This week’s question concerns liability and moral responsibility in consumer products. As the question is multi-part, the answer will be likewise. To begin, the first question addresses who should be liable for the voluntary actions of others. Specifically, if substantial information concerning the hazards of a product or service has been offered to the consumer, who is to blame if someone is injured? Similar to most questions derived from this course, the answer is “it depends.”
From a legal standpoint, the contract or arrangement must first be analyzed. If, for example, the activity is a high risk activity such as sky diving or feeding sharks on a scuba dive, then the legal concept of “duty of care” obviously plays a major role. Without sufficient training, education, and discussion of the inherent risks, potential problems, and possible results of mishaps, the seller is not fulfilling his or her duty warn the buyer of known risks or hazards. In this case, the seller would be legally required to warn the buyer that a failure to exercise reasonable care poses an unreasonable risk of harm (McCarty, 279). If the buyer has been properly apprised of the level of care necessary to avoid unreasonable risk, the buyer then assumes the risk, and subsequent liability, should tragedy occur. This is due to the “Assumption of Risk” liability defense that states that if the plaintiff knew, or should have known, of the risk inherent in a particular situation and voluntarily assumes that risk, then the defendant is not liable for the plaintiff’s injury even if the defendant was negligent. In this case, if the sky diving company requires 4 hours of classroom training before the first jump to thoroughly cover the risks of the activity and the prospective jumper voluntarily assumes the risks, then the skydiving company can not be held liable if the jumper breaks his leg on touchdown because he could not hear when the instructor calls for the flare upon touchdown.
In an ethical light, this arrangement of reasonable liability division is in keeping with our understanding of moral rights in the economic sense. According to the negative right of freedom of consent, all parties should be free to make any arrangement to which both parties agree. It is a moral imperative in this free consenting agreement or contract that both parties fully disclose all pertinent aspects of the arrangement, in this case, the disclosing of the inherent risks involved with jumping out of an airplane (Velasquez, 330). Once both parties are satisfied with the conditions of the agreement, they are free to commit to the agreement via contract. The buyer has freely accepted the risk of the product, and the seller has fulfilled his obligation to provide enough information for the buyer to make an educated decision. The liability transfers from the seller to the buyer once both parties have freely and knowledgeably entered the contractual agreement. In this arrangement, the rights of all parties have been preserved.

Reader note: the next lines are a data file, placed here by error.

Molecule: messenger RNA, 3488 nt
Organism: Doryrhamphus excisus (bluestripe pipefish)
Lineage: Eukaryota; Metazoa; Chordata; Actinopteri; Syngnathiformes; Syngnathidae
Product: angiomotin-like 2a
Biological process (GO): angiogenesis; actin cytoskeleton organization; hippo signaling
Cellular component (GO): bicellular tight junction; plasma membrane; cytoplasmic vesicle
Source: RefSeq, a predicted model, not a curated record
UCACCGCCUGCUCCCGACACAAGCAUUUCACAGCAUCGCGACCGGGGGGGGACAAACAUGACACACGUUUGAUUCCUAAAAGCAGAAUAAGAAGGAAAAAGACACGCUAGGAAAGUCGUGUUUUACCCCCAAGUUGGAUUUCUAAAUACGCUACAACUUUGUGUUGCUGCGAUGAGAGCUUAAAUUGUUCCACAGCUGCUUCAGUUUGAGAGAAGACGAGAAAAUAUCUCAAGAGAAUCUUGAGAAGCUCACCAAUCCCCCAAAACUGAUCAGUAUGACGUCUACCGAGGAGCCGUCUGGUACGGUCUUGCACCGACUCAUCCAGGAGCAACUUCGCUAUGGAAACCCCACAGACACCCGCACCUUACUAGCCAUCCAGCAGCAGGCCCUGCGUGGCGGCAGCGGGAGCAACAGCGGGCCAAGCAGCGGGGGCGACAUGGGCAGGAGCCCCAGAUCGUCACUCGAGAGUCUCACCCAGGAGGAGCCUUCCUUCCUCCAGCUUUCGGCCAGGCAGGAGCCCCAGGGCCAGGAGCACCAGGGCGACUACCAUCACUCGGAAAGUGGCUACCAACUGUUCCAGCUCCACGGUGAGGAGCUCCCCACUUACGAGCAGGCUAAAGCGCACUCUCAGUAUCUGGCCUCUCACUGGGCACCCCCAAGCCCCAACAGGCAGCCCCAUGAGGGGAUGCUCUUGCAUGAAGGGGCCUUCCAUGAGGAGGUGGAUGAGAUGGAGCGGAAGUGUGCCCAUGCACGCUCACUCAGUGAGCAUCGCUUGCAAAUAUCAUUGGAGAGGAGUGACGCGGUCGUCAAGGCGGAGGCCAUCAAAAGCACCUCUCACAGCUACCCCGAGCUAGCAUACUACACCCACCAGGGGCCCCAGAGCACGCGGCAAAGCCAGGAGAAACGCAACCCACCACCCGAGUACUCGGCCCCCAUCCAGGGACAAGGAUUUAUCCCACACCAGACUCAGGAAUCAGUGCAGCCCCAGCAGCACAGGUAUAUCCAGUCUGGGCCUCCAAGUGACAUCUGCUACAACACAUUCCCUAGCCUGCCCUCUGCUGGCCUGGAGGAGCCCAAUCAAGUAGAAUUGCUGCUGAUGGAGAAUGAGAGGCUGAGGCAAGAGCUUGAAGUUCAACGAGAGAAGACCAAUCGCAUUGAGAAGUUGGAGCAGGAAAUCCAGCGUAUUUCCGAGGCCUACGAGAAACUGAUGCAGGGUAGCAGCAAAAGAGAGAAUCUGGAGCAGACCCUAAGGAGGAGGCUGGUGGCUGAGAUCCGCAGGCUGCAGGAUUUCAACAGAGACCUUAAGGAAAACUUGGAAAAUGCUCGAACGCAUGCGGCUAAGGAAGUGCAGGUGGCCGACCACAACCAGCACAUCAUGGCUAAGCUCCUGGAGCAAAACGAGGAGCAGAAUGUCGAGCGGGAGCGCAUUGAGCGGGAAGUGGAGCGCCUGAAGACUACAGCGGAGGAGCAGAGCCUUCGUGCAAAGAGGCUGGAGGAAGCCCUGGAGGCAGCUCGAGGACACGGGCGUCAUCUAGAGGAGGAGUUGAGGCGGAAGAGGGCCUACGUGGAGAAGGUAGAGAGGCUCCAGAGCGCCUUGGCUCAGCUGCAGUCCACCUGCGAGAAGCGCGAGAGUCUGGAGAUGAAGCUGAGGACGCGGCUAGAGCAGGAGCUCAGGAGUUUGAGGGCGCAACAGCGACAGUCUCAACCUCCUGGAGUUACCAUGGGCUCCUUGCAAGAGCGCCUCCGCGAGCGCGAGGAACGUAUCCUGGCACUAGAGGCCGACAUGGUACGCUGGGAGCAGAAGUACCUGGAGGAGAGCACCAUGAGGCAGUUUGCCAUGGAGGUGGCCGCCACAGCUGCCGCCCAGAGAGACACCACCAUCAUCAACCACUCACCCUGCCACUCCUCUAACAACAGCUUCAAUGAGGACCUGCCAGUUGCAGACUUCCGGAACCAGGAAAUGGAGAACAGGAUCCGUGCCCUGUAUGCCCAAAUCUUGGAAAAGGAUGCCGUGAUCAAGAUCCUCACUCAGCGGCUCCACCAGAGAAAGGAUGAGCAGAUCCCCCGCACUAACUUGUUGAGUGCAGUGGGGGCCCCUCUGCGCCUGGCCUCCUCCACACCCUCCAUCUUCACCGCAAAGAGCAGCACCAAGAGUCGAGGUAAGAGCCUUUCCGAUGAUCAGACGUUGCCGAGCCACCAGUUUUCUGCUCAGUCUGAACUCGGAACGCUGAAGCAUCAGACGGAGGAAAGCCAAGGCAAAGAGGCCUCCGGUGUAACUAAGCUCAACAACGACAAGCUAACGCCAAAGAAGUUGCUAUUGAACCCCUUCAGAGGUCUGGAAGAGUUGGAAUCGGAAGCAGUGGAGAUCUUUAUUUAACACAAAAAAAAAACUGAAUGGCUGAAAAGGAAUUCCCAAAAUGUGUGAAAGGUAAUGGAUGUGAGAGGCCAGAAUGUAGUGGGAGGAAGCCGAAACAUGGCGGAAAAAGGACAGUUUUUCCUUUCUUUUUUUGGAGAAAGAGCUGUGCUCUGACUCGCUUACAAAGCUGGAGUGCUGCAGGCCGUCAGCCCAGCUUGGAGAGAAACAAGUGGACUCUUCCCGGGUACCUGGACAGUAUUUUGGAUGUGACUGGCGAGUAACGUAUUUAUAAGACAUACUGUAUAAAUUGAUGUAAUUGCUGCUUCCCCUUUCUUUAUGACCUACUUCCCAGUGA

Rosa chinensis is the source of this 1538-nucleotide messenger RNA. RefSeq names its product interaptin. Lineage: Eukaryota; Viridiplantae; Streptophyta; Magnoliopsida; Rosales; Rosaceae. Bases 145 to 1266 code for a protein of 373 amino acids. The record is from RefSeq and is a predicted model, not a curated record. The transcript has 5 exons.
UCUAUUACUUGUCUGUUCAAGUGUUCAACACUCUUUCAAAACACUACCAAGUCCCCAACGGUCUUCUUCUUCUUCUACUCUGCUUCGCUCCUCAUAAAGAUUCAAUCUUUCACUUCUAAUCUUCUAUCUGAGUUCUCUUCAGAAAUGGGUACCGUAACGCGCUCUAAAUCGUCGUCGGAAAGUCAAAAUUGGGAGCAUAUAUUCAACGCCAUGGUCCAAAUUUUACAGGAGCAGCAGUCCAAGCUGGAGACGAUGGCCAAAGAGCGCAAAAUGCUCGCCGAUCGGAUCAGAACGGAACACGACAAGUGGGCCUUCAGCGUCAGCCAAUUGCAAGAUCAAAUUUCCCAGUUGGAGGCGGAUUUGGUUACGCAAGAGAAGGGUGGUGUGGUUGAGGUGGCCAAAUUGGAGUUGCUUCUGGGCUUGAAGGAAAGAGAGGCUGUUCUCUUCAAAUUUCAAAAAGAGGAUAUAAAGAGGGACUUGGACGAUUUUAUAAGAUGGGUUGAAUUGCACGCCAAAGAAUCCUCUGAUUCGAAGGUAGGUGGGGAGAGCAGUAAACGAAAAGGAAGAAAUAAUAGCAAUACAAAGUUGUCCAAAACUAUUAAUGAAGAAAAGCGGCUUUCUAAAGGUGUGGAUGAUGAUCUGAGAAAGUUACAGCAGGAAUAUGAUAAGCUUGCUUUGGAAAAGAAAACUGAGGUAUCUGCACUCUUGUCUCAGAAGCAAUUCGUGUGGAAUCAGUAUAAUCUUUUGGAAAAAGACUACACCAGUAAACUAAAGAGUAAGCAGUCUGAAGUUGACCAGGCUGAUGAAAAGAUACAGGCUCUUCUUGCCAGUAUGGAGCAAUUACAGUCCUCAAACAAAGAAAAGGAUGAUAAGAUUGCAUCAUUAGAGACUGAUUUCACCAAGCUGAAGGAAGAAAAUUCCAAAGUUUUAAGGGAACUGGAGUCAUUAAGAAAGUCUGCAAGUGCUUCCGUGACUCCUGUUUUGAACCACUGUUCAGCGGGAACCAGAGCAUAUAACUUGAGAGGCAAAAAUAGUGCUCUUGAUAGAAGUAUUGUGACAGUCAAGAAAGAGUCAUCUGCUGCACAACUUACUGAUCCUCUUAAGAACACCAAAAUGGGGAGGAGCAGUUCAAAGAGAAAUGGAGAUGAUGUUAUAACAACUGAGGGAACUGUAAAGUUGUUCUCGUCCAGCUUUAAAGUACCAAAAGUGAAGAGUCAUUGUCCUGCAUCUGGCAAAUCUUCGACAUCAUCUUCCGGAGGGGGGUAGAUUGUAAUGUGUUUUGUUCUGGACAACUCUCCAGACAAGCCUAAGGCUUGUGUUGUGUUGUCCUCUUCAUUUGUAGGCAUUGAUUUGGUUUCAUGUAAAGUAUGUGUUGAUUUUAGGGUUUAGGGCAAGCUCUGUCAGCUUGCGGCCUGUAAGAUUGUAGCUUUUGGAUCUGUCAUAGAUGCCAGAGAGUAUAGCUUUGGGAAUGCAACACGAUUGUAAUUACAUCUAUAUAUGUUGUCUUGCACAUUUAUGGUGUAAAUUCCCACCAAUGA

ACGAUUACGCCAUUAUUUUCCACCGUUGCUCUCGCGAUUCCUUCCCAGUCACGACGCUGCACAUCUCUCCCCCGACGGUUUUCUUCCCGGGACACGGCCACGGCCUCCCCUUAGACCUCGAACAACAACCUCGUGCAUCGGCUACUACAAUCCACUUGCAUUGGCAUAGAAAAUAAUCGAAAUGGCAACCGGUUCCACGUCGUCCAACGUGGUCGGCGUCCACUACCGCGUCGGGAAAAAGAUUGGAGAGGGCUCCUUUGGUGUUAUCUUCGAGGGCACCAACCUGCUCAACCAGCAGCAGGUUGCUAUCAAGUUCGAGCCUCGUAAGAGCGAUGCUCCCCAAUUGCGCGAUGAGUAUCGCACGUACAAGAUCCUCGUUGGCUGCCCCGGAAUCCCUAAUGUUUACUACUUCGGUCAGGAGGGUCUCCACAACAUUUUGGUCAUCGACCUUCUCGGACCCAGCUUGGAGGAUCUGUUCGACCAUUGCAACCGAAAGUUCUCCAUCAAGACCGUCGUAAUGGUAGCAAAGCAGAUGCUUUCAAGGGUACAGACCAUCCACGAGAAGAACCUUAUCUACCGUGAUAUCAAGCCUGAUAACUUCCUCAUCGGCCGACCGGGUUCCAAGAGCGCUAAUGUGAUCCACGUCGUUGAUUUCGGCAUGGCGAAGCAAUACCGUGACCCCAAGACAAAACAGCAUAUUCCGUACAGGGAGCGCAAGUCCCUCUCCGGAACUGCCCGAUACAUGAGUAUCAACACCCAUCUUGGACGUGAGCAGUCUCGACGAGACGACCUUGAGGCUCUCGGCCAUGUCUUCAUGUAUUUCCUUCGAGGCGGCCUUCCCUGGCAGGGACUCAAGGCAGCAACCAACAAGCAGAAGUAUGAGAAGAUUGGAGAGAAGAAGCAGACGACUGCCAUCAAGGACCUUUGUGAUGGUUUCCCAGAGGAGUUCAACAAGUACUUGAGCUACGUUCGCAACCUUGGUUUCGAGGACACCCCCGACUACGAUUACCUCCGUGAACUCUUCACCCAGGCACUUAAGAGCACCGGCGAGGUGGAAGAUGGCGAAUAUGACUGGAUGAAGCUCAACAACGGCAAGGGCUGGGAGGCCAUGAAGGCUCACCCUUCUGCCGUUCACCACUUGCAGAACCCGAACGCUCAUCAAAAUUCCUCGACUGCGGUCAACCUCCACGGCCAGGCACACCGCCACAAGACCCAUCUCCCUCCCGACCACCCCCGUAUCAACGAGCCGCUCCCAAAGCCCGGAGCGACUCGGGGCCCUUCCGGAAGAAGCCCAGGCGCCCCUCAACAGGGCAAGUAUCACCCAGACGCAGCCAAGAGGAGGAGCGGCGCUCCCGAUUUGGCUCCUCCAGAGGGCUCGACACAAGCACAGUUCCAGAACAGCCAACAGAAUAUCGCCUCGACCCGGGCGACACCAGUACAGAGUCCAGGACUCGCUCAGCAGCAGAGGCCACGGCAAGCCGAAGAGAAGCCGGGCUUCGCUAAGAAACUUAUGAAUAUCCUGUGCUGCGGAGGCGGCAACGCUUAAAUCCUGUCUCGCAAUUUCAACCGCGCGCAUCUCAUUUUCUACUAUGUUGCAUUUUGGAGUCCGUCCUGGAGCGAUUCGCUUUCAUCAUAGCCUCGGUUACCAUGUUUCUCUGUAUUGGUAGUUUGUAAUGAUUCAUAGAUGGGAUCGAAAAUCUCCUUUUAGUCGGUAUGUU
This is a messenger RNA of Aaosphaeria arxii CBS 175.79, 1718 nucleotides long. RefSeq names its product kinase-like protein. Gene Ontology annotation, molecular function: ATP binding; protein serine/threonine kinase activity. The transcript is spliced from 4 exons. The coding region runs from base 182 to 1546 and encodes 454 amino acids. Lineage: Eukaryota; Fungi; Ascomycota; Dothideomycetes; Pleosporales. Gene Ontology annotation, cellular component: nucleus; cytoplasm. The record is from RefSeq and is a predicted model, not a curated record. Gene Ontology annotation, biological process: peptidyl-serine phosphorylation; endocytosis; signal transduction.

Additionally, this arrangement fulfills the deontological requirements of an ethical contract. The seller has a moral duty to provide the safest product possible in relation to the nature of that product. The seller also has an obligation to disclose information about his or her product that could cause unreasonable harm if not carefully managed. Under the “Due Care” theory, the seller is required, as the more expert of the parties, to ensure that the buyer is fuller aware of the dangers. Finally, the seller has the duty to allow the buyer the opportunity to make an informed decision. Once the decision is made, the buyer has the duty to abide by the contractual agreement. As Velasquez states, the manufacturer is no longer “morally negligent after having taken all reasonable steps to protect the consumer and to ensure that the consumer is informed of any irremovable risks that might still attend the use of the product” (337). Therefore, the liability of injury transfers after the seller has fulfilled his duties to the buyer.